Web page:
9. Are we referring only to description of characters or also of scene?

    As far as character description, describe whatever NEEDS to be described. But don't go on and on about it. Readers will form their own mental image, but a few details can clinch it nicely. The hairy arms and hair coming out of the collar of the shirt are all that I needed in the above sample.

    Look at a story like "Hills Like White Elephants." The only description is in reference to the woman's hat. Yet the story does not feel lacking. Remember, while a reader reads, his/her mind is whirring away like a supercomputer, making inferences, drawing conclusions, making guesses, etc. They'll figure it out.

    With regards to main characters, ie the protagonist or POV character, use as little physical description as possible. Readers want to identify with the hero/heroine in the story they're reading, and the more detail you and the author provide on the physicality/appearance of said character, the more you remind the reader that they are NOT this person. This creates a gap, or widens the gap already there, making it less easy to identify with the protagonist.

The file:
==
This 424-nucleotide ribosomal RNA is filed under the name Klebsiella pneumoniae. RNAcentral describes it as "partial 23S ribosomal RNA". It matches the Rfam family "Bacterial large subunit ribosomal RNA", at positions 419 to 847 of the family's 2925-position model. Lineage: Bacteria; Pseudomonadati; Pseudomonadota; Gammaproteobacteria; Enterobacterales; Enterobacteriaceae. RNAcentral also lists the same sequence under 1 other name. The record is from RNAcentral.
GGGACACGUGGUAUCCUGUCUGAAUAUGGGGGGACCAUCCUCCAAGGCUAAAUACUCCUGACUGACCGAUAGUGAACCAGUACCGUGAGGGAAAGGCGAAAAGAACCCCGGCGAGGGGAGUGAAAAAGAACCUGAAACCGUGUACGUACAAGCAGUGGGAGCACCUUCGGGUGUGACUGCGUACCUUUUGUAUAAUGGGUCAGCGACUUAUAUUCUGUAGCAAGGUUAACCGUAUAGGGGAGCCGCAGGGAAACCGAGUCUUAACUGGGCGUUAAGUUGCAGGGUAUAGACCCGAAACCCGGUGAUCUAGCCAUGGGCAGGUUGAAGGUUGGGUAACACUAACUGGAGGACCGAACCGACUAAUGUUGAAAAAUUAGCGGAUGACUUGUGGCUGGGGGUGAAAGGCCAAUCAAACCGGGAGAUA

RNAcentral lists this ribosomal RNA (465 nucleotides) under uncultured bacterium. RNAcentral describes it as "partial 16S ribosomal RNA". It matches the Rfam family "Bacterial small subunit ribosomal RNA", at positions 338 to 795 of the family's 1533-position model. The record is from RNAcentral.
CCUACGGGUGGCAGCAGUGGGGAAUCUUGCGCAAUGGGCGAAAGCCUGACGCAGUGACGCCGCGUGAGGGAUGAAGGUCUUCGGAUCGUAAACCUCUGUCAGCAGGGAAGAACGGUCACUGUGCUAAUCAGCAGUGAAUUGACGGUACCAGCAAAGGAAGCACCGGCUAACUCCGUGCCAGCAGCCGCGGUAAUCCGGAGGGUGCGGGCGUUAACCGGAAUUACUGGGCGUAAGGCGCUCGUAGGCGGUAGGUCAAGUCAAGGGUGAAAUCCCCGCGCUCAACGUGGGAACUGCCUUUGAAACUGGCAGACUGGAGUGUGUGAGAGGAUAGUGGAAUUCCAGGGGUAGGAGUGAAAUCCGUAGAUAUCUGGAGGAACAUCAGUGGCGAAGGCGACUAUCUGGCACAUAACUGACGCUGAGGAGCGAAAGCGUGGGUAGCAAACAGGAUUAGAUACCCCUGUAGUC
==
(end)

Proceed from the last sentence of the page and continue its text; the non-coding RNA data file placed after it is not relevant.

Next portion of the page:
10. Everett's post hit a topic I've been fighting with on my first novel attempt. The comments that followed were INSIGHTFUL.

    Introducing character description in a novel had me a writing funk. Now I can move forward with the information shared. Thanks


  11. I spend my days people watching and developing characterization based on who I see. The bag lady pushing the stolen grocery cart, etc. I also try to describe locations in my head for future reference. I know flowery characterizations and detailed scenery can bog down the story but for me they add flavor and put the reader in the scene. It's a Jedi mind trick. Reggie Ridgway New free short story. Loved Everett's post. And Mighty T and Canals

  12. Good post. I, like your wife, do enjoy an occasional Nora Roberts/JD Robb novel. However, IMVHO, like sex scenes, characters need to have something left to the imagination. Everyone sees things differently and allowing the reader to use their imagination makes it a personal voyage through the story, not a guided one.

  13. I agree Nancy. Mostly. I recently read Steinbeck's "The Wayward Bus", where each character is more than fully developed, even the minor characters. It was a bit tedious to get through, although I really enjoyed the book. The last half of the book, that is. My two books have been story-driven, not character-driven.